When I go to Europe, I no longer see any difference in the view that a stable and secure Iraq is in everybody’s interest, and that an Iraq that is democratic and in which Saddam Hussein, that brutal monster that caused three wars in the region, including dragging us in twice, that used – who used weapons of mass destruction against his own people, that an Iraq that is democratic and friendly to the West is better for the Middle East. I don’t see much disagreement about that.

I see no disagreement that Iran has to be prevented from getting a nuclear weapon. And on the Middle East, I’ve never seen greater harmony behind the Annapolis process as the basis on which a two-state solution will eventually come into being.

And so whatever we went through in the difficult days of 2003, 2004 it would be a mistake to think that we have problematic relations with our allies. We simply don’t. We may not agree on everything, but the transatlantic relationship is in very, very good shape. And you can even say that more so for our core relations in places like Japan and South Korea and India and, indeed, China.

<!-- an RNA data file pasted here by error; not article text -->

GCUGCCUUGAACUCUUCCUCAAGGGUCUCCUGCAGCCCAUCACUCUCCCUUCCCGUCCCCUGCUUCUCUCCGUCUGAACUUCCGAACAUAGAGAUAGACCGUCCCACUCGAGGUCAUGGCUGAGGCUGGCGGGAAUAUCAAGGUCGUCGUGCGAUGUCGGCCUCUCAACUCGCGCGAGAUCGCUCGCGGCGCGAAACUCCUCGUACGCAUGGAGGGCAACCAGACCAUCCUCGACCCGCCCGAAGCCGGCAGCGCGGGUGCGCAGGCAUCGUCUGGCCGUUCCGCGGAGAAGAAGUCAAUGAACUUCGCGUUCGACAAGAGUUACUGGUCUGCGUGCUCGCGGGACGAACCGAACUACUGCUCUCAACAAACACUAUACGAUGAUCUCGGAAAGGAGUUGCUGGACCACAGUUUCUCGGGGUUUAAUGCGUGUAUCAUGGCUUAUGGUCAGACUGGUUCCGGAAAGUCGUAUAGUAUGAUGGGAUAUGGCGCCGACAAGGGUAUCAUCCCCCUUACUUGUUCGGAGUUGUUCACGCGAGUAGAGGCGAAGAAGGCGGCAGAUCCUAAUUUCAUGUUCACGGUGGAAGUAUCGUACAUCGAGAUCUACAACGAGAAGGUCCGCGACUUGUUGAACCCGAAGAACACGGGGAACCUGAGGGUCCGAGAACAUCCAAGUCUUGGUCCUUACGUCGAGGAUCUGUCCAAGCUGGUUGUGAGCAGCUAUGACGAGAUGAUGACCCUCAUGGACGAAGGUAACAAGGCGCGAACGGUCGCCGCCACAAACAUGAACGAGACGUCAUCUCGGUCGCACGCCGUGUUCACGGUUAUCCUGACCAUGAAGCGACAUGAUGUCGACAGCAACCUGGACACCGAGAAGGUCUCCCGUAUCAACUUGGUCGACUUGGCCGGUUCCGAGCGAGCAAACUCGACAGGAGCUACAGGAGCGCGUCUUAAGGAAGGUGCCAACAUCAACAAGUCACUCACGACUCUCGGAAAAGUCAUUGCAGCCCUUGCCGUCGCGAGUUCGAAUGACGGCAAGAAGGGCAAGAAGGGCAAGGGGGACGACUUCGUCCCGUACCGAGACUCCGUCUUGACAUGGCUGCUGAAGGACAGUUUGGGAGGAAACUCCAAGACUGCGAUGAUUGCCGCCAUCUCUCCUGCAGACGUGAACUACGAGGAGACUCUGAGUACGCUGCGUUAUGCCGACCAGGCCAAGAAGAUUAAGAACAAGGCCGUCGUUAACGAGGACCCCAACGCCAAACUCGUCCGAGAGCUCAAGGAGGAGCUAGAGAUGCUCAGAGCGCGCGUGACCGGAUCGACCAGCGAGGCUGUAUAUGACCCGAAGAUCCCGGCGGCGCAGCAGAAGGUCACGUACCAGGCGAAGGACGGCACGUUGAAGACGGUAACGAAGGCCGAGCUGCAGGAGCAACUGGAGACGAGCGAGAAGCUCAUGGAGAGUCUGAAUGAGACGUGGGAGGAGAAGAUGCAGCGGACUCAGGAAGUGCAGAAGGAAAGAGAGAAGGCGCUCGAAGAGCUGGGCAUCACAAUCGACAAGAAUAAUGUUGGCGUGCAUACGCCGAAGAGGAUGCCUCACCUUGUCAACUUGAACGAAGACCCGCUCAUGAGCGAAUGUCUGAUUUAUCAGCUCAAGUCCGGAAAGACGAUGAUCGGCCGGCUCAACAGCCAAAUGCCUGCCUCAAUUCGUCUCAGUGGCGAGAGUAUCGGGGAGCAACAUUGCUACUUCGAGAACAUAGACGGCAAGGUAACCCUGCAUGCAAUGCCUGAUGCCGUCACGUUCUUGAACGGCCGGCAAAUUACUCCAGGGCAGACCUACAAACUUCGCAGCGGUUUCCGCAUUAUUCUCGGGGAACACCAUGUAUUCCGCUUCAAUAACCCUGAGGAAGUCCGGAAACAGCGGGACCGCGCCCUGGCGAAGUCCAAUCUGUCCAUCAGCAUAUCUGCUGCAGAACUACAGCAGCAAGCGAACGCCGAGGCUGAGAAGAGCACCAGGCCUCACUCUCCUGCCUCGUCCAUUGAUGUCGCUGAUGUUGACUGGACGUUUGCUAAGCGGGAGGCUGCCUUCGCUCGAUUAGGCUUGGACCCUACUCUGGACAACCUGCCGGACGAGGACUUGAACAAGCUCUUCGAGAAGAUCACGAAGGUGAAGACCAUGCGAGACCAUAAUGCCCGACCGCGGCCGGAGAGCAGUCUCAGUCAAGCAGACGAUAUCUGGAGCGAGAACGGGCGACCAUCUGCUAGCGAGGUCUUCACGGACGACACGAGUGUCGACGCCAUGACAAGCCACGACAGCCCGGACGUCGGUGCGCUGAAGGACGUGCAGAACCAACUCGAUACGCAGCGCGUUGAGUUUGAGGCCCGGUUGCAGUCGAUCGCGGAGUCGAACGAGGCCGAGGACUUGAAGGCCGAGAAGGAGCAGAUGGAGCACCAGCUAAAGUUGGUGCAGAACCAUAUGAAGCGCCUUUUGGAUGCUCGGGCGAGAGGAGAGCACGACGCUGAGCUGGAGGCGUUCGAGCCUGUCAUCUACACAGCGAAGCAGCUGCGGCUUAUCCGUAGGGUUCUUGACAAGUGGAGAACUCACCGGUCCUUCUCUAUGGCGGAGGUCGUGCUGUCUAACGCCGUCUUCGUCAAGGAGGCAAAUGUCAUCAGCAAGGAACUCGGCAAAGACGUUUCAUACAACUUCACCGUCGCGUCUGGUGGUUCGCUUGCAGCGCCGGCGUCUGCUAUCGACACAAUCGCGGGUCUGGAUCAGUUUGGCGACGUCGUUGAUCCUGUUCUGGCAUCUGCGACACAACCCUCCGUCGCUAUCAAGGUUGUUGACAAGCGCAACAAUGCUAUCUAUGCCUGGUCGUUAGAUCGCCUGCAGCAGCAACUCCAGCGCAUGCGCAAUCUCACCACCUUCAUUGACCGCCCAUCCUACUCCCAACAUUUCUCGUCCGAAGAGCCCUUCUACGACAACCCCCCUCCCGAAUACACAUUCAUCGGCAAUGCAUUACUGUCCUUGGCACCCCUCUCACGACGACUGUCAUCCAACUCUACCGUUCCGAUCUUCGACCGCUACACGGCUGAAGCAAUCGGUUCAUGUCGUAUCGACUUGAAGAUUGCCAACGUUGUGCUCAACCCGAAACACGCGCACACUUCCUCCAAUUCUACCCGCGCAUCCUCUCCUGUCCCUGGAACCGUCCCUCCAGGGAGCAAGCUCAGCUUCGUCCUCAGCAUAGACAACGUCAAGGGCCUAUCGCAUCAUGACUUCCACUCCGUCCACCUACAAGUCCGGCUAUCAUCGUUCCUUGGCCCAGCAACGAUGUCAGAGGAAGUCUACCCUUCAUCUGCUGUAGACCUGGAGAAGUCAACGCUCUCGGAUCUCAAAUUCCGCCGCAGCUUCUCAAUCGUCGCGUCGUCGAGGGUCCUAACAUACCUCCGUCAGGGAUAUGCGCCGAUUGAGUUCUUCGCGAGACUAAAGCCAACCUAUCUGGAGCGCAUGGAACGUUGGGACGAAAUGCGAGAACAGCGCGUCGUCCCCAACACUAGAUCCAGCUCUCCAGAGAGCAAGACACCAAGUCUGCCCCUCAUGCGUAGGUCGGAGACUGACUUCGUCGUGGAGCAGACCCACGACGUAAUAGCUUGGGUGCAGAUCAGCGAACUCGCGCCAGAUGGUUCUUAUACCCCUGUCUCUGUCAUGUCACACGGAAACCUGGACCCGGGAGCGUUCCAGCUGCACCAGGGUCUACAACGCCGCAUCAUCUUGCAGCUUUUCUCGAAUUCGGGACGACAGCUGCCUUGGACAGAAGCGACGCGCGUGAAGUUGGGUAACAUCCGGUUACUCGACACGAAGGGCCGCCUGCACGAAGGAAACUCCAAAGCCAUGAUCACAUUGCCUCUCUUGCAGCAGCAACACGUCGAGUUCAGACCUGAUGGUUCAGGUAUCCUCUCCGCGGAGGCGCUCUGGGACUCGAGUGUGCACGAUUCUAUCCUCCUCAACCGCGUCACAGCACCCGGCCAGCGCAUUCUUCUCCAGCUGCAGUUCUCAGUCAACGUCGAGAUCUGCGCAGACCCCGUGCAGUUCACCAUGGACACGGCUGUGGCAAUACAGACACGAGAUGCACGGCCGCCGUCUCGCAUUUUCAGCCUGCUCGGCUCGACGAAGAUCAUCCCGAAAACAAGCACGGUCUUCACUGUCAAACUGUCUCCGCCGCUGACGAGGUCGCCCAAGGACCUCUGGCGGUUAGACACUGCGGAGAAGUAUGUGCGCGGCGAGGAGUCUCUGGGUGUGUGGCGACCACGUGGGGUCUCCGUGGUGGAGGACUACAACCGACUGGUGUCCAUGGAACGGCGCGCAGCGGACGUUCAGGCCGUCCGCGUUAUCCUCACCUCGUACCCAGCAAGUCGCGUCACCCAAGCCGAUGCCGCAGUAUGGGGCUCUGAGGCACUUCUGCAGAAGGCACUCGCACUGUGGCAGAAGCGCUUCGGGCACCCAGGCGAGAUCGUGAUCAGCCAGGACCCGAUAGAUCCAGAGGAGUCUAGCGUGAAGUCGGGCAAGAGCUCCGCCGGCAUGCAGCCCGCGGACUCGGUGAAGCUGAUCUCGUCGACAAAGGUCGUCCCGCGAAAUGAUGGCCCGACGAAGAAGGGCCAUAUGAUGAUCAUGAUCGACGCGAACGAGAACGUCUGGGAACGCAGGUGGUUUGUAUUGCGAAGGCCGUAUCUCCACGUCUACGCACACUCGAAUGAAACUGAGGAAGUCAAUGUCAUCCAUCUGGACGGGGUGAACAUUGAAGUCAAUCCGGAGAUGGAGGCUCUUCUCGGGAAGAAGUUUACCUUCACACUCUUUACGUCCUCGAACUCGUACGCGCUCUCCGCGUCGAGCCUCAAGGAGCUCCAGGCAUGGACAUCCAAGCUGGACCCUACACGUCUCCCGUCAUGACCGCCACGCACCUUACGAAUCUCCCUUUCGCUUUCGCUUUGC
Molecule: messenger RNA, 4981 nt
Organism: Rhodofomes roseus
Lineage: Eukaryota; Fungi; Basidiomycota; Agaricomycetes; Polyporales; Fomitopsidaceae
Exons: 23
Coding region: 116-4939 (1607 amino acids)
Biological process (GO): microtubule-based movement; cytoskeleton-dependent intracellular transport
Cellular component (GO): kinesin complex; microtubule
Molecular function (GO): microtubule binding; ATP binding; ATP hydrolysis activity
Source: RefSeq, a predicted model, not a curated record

Tell me, please: Do these people ever stop lying?
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Bombshell? Not really


And while we’re on the subject of Vanity Fair, what of David Rose’s “The Gaza Bombshell“, which details allegations of the Bush administration’s role in bringing about last summer’s escalated violence in Gaza?

In recent months, President Bush has repeatedly stated that the last great ambition of his presidency is to broker a deal that would create a viable Palestinian state and bring peace to the Holy Land. “People say, ‘Do you think it’s possible, during your presidency?’ ” he told an audience in Jerusalem on January 9. “And the answer is: I’m very hopeful.”

The next day, in the West Bank capital of Ramallah, Bush acknowledged that there was a rather large obstacle standing in the way of this goal: Hamas’s complete control of Gaza, home to some 1.5 million Palestinians, where it seized power in a bloody coup d’état in June 2007. Almost every day, militants fire rockets from Gaza into neighboring Israeli towns, and President Abbas is powerless to stop them. His authority is limited to the West Bank.

It’s “a tough situation,” Bush admitted. “I don’t know whether you can solve it in a year or not.” What Bush neglected to mention was his own role in creating this mess.